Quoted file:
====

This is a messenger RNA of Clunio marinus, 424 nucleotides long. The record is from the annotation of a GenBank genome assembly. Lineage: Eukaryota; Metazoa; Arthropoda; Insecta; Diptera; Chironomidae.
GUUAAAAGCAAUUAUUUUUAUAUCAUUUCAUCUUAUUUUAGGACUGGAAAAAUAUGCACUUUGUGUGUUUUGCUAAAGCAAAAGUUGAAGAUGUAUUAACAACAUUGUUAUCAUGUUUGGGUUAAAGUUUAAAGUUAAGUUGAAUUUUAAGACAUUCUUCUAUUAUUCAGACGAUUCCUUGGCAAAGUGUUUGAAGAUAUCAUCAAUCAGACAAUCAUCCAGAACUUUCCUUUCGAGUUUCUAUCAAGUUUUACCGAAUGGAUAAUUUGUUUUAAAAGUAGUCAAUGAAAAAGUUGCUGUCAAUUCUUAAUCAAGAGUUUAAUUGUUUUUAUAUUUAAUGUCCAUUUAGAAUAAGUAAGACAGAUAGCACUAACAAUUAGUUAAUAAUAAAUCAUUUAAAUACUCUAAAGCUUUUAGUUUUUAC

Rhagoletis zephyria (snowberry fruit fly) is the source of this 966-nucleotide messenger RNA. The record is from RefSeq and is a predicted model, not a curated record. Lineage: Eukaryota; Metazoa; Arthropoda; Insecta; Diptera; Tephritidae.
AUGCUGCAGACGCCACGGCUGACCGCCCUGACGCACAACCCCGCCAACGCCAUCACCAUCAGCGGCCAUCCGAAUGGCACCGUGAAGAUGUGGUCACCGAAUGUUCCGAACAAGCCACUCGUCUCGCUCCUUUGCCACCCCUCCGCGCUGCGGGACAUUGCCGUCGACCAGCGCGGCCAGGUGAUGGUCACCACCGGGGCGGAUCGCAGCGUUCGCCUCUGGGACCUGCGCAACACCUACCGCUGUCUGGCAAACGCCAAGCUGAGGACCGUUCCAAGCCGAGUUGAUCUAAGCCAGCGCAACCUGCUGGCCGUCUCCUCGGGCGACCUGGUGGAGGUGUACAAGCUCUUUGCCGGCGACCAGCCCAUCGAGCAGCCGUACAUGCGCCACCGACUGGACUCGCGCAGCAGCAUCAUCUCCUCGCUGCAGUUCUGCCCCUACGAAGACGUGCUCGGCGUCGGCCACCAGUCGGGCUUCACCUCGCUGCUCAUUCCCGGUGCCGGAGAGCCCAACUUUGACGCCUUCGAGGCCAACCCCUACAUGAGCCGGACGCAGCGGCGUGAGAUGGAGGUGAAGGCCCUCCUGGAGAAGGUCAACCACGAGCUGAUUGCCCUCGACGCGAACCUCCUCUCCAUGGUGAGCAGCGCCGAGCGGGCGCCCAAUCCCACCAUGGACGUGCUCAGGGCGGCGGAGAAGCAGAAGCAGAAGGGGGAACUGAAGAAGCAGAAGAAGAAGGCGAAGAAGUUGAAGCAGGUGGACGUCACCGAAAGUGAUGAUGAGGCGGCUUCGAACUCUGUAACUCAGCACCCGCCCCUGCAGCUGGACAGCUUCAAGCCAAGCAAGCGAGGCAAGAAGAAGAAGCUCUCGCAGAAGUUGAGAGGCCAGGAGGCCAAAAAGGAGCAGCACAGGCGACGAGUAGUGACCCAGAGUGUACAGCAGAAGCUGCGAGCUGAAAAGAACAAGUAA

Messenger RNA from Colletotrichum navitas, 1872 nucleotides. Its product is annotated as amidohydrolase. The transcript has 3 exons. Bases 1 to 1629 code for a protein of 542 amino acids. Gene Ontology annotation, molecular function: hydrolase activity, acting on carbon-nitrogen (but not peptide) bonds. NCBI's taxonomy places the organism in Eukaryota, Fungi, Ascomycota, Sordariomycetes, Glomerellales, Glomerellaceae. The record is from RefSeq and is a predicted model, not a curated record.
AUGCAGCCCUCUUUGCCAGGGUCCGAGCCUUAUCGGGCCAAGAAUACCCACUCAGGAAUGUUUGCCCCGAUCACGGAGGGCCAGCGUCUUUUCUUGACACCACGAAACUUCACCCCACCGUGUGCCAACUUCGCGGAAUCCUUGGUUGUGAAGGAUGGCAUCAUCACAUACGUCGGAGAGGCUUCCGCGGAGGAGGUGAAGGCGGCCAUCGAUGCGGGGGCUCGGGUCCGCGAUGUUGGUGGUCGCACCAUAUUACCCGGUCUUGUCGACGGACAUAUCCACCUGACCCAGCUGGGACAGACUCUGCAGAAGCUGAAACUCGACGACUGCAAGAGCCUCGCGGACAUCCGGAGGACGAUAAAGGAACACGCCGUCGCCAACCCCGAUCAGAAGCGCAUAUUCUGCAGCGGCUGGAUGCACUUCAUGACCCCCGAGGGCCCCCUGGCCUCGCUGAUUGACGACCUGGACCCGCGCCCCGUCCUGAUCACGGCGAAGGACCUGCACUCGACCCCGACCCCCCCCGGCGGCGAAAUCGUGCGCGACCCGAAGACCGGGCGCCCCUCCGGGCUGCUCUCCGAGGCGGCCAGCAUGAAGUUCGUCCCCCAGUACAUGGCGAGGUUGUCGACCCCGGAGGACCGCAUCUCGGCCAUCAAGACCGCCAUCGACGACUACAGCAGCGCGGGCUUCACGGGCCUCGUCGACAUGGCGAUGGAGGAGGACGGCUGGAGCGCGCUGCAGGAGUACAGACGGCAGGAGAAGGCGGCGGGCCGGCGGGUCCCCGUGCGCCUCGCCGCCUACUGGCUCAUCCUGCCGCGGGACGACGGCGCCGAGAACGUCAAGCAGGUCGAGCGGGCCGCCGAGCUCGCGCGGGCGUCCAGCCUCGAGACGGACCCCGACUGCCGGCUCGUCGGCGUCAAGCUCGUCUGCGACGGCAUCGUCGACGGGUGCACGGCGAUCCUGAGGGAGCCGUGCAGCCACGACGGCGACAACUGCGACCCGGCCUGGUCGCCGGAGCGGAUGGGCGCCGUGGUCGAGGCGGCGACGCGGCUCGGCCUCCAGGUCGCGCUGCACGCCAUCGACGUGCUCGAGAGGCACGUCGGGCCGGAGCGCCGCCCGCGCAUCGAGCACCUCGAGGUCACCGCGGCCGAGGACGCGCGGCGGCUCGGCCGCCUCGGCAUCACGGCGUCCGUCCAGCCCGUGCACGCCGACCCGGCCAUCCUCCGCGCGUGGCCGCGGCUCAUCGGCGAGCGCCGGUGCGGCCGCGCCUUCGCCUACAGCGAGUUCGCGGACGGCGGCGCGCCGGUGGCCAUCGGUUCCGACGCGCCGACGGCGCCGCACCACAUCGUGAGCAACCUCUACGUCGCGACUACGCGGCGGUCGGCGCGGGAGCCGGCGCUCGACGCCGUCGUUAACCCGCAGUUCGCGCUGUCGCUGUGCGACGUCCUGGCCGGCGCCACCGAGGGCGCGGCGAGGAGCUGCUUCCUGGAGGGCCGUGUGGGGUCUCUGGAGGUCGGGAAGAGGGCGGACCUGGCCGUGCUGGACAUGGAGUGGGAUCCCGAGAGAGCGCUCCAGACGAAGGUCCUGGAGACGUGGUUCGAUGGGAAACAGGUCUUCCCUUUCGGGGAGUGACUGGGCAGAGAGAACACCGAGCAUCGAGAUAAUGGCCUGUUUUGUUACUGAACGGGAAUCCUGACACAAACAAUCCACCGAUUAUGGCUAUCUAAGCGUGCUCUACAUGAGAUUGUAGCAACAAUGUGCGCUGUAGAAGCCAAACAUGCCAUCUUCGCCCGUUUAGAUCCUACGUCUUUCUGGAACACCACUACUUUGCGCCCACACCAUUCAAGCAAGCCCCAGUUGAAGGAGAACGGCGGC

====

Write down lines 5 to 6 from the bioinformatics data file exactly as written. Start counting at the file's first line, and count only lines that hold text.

Messenger RNA from Colletotrichum navitas, 1872 nucleotides. Its product is annotated as amidohydrolase. The transcript has 3 exons. Bases 1 to 1629 code for a protein of 542 amino acids. Gene Ontology annotation, molecular function: hydrolase activity, acting on carbon-nitrogen (but not peptide) bonds. NCBI's taxonomy places the organism in Eukaryota, Fungi, Ascomycota, Sordariomycetes, Glomerellales, Glomerellaceae. The record is from RefSeq and is a predicted model, not a curated record.
AUGCAGCCCUCUUUGCCAGGGUCCGAGCCUUAUCGGGCCAAGAAUACCCACUCAGGAAUGUUUGCCCCGAUCACGGAGGGCCAGCGUCUUUUCUUGACACCACGAAACUUCACCCCACCGUGUGCCAACUUCGCGGAAUCCUUGGUUGUGAAGGAUGGCAUCAUCACAUACGUCGGAGAGGCUUCCGCGGAGGAGGUGAAGGCGGCCAUCGAUGCGGGGGCUCGGGUCCGCGAUGUUGGUGGUCGCACCAUAUUACCCGGUCUUGUCGACGGACAUAUCCACCUGACCCAGCUGGGACAGACUCUGCAGAAGCUGAAACUCGACGACUGCAAGAGCCUCGCGGACAUCCGGAGGACGAUAAAGGAACACGCCGUCGCCAACCCCGAUCAGAAGCGCAUAUUCUGCAGCGGCUGGAUGCACUUCAUGACCCCCGAGGGCCCCCUGGCCUCGCUGAUUGACGACCUGGACCCGCGCCCCGUCCUGAUCACGGCGAAGGACCUGCACUCGACCCCGACCCCCCCCGGCGGCGAAAUCGUGCGCGACCCGAAGACCGGGCGCCCCUCCGGGCUGCUCUCCGAGGCGGCCAGCAUGAAGUUCGUCCCCCAGUACAUGGCGAGGUUGUCGACCCCGGAGGACCGCAUCUCGGCCAUCAAGACCGCCAUCGACGACUACAGCAGCGCGGGCUUCACGGGCCUCGUCGACAUGGCGAUGGAGGAGGACGGCUGGAGCGCGCUGCAGGAGUACAGACGGCAGGAGAAGGCGGCGGGCCGGCGGGUCCCCGUGCGCCUCGCCGCCUACUGGCUCAUCCUGCCGCGGGACGACGGCGCCGAGAACGUCAAGCAGGUCGAGCGGGCCGCCGAGCUCGCGCGGGCGUCCAGCCUCGAGACGGACCCCGACUGCCGGCUCGUCGGCGUCAAGCUCGUCUGCGACGGCAUCGUCGACGGGUGCACGGCGAUCCUGAGGGAGCCGUGCAGCCACGACGGCGACAACUGCGACCCGGCCUGGUCGCCGGAGCGGAUGGGCGCCGUGGUCGAGGCGGCGACGCGGCUCGGCCUCCAGGUCGCGCUGCACGCCAUCGACGUGCUCGAGAGGCACGUCGGGCCGGAGCGCCGCCCGCGCAUCGAGCACCUCGAGGUCACCGCGGCCGAGGACGCGCGGCGGCUCGGCCGCCUCGGCAUCACGGCGUCCGUCCAGCCCGUGCACGCCGACCCGGCCAUCCUCCGCGCGUGGCCGCGGCUCAUCGGCGAGCGCCGGUGCGGCCGCGCCUUCGCCUACAGCGAGUUCGCGGACGGCGGCGCGCCGGUGGCCAUCGGUUCCGACGCGCCGACGGCGCCGCACCACAUCGUGAGCAACCUCUACGUCGCGACUACGCGGCGGUCGGCGCGGGAGCCGGCGCUCGACGCCGUCGUUAACCCGCAGUUCGCGCUGUCGCUGUGCGACGUCCUGGCCGGCGCCACCGAGGGCGCGGCGAGGAGCUGCUUCCUGGAGGGCCGUGUGGGGUCUCUGGAGGUCGGGAAGAGGGCGGACCUGGCCGUGCUGGACAUGGAGUGGGAUCCCGAGAGAGCGCUCCAGACGAAGGUCCUGGAGACGUGGUUCGAUGGGAAACAGGUCUUCCCUUUCGGGGAGUGACUGGGCAGAGAGAACACCGAGCAUCGAGAUAAUGGCCUGUUUUGUUACUGAACGGGAAUCCUGACACAAACAAUCCACCGAUUAUGGCUAUCUAAGCGUGCUCUACAUGAGAUUGUAGCAACAAUGUGCGCUGUAGAAGCCAAACAUGCCAUCUUCGCCCGUUUAGAUCCUACGUCUUUCUGGAACACCACUACUUUGCGCCCACACCAUUCAAGCAAGCCCCAGUUGAAGGAGAACGGCGGC